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The readings on which this sermon is based can be found at http://users.bigpond.net.au/frsparky/r171.htm

 

s171o04 Lockleys Epiphany 4 1/2/2004

"I am only a boy". Jeremiah 1.6

I sometimes wryly think that the mark of being an adult is that one spends a good deal of time cleaning up after others. When I was in my previous parish across the road from the really very excellent high school, inevitably there were students before and after school, waiting for a bus, eating, drinking and, if truth be known, smoking in the Church grounds. I now have to confess to you all that I was twice caught smoking when I was a student there :-) But we had a paid cleaner in my last parish, and just as well, because it was a never ending job for him each week cleaning up the mess. Yet I would have been extremely sad if the place was always deserted and there was never any litter to be tidied away.

Young people naturally are enthusiastic about living life to the full and sometimes this means that which occupied the interest in the past is simply left where it was put down. The reality is, in fact, I am precisely the same. I am a person who believes wholeheartedly in the truth of the saying &endash; a tidy desk or garage is the sign of a sick mind! :-) I regularly have to have blitzes the clean up my office after a long period of going from one thing to the next - without tidying up as I go.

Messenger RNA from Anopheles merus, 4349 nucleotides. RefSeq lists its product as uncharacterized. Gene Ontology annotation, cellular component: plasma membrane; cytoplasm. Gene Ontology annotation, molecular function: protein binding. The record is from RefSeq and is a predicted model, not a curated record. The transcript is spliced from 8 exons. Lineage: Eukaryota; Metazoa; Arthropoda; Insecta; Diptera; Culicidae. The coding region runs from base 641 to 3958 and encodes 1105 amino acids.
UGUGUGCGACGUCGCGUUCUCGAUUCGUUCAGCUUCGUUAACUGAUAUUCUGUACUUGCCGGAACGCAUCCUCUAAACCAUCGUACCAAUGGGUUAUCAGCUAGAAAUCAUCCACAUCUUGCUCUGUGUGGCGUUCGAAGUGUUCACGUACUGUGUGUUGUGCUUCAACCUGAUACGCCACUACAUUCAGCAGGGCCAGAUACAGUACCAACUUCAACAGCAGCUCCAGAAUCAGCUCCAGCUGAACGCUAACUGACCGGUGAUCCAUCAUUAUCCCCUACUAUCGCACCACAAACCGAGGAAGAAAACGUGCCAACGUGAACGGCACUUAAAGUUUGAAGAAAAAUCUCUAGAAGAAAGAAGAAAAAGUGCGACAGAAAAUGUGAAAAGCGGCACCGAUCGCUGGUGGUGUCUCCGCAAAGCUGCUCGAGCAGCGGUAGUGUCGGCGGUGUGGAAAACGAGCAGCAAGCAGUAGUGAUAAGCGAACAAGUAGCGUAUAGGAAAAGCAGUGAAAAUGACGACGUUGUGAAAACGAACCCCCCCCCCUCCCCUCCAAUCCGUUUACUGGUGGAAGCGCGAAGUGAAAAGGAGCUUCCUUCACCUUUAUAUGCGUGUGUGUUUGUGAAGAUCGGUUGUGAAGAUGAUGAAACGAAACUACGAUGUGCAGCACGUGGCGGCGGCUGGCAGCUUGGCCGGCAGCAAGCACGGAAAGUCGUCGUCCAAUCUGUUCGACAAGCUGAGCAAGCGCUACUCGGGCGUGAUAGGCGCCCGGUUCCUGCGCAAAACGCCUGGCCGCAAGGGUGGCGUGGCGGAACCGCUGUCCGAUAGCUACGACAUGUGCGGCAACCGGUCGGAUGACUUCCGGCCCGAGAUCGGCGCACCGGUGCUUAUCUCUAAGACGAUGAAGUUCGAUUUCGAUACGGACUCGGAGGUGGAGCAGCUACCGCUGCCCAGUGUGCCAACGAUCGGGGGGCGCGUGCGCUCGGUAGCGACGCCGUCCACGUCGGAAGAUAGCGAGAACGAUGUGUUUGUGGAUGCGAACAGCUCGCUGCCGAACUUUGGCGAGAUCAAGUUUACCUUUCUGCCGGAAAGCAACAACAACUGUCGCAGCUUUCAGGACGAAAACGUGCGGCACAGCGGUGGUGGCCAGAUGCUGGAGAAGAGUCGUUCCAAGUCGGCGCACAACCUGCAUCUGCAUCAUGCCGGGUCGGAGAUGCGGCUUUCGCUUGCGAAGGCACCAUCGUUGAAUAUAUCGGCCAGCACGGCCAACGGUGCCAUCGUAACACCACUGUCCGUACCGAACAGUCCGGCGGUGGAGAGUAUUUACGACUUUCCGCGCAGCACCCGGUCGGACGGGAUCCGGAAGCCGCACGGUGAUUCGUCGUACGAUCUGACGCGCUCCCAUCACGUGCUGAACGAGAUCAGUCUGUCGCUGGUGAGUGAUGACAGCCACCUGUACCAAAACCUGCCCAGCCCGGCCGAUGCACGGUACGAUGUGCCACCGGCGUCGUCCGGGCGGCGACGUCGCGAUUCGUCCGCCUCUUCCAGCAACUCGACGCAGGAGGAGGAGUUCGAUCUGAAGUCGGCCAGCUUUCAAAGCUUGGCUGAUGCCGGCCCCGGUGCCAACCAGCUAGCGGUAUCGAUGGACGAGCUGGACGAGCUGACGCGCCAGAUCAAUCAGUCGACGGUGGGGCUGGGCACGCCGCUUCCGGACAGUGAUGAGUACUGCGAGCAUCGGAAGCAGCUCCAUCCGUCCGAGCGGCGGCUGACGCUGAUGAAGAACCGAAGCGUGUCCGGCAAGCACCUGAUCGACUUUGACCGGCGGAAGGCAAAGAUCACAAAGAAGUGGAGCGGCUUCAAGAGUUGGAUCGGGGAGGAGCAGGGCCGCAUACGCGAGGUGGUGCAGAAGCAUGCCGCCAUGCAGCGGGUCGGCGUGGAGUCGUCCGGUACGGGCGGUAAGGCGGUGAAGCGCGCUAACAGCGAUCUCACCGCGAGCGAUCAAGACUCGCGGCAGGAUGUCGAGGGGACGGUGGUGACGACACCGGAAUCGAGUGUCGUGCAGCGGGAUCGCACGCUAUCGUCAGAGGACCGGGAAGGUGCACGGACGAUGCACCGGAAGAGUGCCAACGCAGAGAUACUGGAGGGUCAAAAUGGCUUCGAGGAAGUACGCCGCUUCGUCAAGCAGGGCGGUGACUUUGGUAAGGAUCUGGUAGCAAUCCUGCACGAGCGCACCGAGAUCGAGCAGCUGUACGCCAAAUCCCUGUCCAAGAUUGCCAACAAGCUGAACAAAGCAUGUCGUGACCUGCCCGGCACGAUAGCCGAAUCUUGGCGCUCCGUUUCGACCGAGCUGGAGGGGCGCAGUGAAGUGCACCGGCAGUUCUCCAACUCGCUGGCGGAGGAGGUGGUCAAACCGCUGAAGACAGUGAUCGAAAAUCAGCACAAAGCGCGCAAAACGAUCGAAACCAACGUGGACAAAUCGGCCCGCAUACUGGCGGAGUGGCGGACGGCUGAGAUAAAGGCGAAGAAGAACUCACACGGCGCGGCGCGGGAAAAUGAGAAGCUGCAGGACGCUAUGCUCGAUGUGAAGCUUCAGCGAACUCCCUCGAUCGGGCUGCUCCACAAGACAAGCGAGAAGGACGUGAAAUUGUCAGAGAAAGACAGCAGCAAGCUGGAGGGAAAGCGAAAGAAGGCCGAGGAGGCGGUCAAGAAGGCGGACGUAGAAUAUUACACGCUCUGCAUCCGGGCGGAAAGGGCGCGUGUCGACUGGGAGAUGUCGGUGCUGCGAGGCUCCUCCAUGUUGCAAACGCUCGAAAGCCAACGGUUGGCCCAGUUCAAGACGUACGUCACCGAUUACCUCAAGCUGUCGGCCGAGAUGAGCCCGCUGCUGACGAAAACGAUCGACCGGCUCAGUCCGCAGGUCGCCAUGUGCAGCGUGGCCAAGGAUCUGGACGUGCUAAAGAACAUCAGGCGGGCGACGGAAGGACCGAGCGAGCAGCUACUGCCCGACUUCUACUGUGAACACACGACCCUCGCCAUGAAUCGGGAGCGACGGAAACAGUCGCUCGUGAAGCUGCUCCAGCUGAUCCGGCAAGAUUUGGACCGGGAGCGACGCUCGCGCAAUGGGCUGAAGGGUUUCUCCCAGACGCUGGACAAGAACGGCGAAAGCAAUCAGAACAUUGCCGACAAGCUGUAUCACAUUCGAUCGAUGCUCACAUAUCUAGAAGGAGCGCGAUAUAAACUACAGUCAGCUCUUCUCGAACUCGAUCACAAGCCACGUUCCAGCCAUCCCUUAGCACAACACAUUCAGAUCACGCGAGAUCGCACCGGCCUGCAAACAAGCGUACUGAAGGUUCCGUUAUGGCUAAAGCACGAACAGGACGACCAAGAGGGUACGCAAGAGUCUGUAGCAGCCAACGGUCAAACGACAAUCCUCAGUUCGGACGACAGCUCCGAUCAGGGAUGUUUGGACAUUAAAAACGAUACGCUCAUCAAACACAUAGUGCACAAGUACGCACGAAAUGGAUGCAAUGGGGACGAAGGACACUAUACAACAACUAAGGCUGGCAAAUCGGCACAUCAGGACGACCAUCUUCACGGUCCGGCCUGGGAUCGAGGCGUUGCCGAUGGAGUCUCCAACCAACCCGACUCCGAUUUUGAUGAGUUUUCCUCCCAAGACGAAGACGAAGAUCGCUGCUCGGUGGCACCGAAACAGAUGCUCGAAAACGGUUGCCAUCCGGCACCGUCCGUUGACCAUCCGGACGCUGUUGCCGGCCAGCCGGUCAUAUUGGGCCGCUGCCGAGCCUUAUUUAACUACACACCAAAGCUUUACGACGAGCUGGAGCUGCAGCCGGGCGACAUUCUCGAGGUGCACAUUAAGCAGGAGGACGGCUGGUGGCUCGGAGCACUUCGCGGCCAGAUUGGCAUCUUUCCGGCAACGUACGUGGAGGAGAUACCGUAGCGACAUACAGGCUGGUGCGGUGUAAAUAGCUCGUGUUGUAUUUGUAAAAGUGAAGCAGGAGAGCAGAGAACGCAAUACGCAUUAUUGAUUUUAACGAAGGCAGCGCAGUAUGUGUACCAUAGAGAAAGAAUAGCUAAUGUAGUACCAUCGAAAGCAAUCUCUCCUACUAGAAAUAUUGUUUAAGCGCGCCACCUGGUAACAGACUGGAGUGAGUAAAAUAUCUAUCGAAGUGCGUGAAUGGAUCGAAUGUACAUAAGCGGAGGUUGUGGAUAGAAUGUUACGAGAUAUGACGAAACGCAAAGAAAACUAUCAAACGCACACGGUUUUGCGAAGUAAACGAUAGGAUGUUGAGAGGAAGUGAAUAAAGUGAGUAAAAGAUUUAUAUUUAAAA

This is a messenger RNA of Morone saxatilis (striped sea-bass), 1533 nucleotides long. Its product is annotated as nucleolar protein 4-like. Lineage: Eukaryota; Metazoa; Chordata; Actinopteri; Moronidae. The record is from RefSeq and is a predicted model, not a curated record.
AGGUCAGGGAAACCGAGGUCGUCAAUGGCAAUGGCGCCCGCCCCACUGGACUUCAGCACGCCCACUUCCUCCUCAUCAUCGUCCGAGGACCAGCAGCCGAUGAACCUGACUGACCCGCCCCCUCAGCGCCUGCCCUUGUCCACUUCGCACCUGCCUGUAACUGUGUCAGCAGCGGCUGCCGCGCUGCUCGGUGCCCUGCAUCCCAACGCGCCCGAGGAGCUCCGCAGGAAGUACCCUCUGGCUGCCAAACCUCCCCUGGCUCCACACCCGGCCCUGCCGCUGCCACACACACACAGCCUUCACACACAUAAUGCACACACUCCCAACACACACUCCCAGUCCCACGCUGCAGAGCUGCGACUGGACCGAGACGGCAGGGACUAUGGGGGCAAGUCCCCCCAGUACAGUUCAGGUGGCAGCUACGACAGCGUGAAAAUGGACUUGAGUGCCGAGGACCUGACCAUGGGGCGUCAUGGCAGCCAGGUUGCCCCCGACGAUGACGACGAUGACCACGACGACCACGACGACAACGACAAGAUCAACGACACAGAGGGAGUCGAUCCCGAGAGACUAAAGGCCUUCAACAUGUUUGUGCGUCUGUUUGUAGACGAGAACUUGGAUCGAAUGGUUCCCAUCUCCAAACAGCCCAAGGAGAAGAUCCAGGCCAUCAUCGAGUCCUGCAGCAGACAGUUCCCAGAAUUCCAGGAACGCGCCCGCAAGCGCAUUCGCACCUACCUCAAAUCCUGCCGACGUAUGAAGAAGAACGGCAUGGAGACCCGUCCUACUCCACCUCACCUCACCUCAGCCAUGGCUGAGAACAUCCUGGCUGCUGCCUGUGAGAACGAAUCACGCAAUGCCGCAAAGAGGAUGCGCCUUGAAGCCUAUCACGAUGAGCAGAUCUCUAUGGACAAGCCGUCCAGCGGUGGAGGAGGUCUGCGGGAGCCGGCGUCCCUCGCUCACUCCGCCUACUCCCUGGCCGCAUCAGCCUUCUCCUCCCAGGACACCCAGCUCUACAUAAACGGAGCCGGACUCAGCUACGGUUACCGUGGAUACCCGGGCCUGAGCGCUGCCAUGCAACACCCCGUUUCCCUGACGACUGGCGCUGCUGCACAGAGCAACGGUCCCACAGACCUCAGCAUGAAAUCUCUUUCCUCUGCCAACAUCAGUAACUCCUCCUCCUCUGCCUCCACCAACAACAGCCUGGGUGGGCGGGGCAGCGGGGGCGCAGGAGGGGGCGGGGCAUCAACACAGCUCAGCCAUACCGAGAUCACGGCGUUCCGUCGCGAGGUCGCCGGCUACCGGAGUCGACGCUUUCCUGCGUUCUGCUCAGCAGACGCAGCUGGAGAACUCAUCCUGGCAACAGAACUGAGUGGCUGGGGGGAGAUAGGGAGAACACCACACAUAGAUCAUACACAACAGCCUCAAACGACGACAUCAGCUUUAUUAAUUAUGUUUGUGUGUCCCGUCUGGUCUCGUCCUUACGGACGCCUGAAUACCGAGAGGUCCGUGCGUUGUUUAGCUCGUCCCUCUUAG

But we see in the gospel reading for today a rather more sinister example of childish behaviour - the conception that God only cares for a specific group of people, of which we are, of course, included and others, most often those with whom we disagree, are excluded.

I was interested to be asked recently, by one of my internet friends, was I a high Church Anglican or what? And it was good to have been asked this question, for it makes one think along paths that do not immediately occur to us unaided. As I thought about how I might answer, I thought, well, while I don't mind the bells and smells of high Church ritual, I am quite happy with the liturgical practice here - which is without these things. So those who are high Church Anglicans would not really consider me fundamentally "one of them". And again, while I have spent my whole life working out my faith primarily focussing on the words of scripture, those "more biblically based" Anglicans would not agree with many of the conclusions to which I have come. Few of those who called themselves evangelicals would consider me "one of them". Similarly, while I have had a lot to do with the Charismatic side of our church in times past, not many of them would agree with how I perceive the working of the Holy Spirit. I would not be considered "one of them".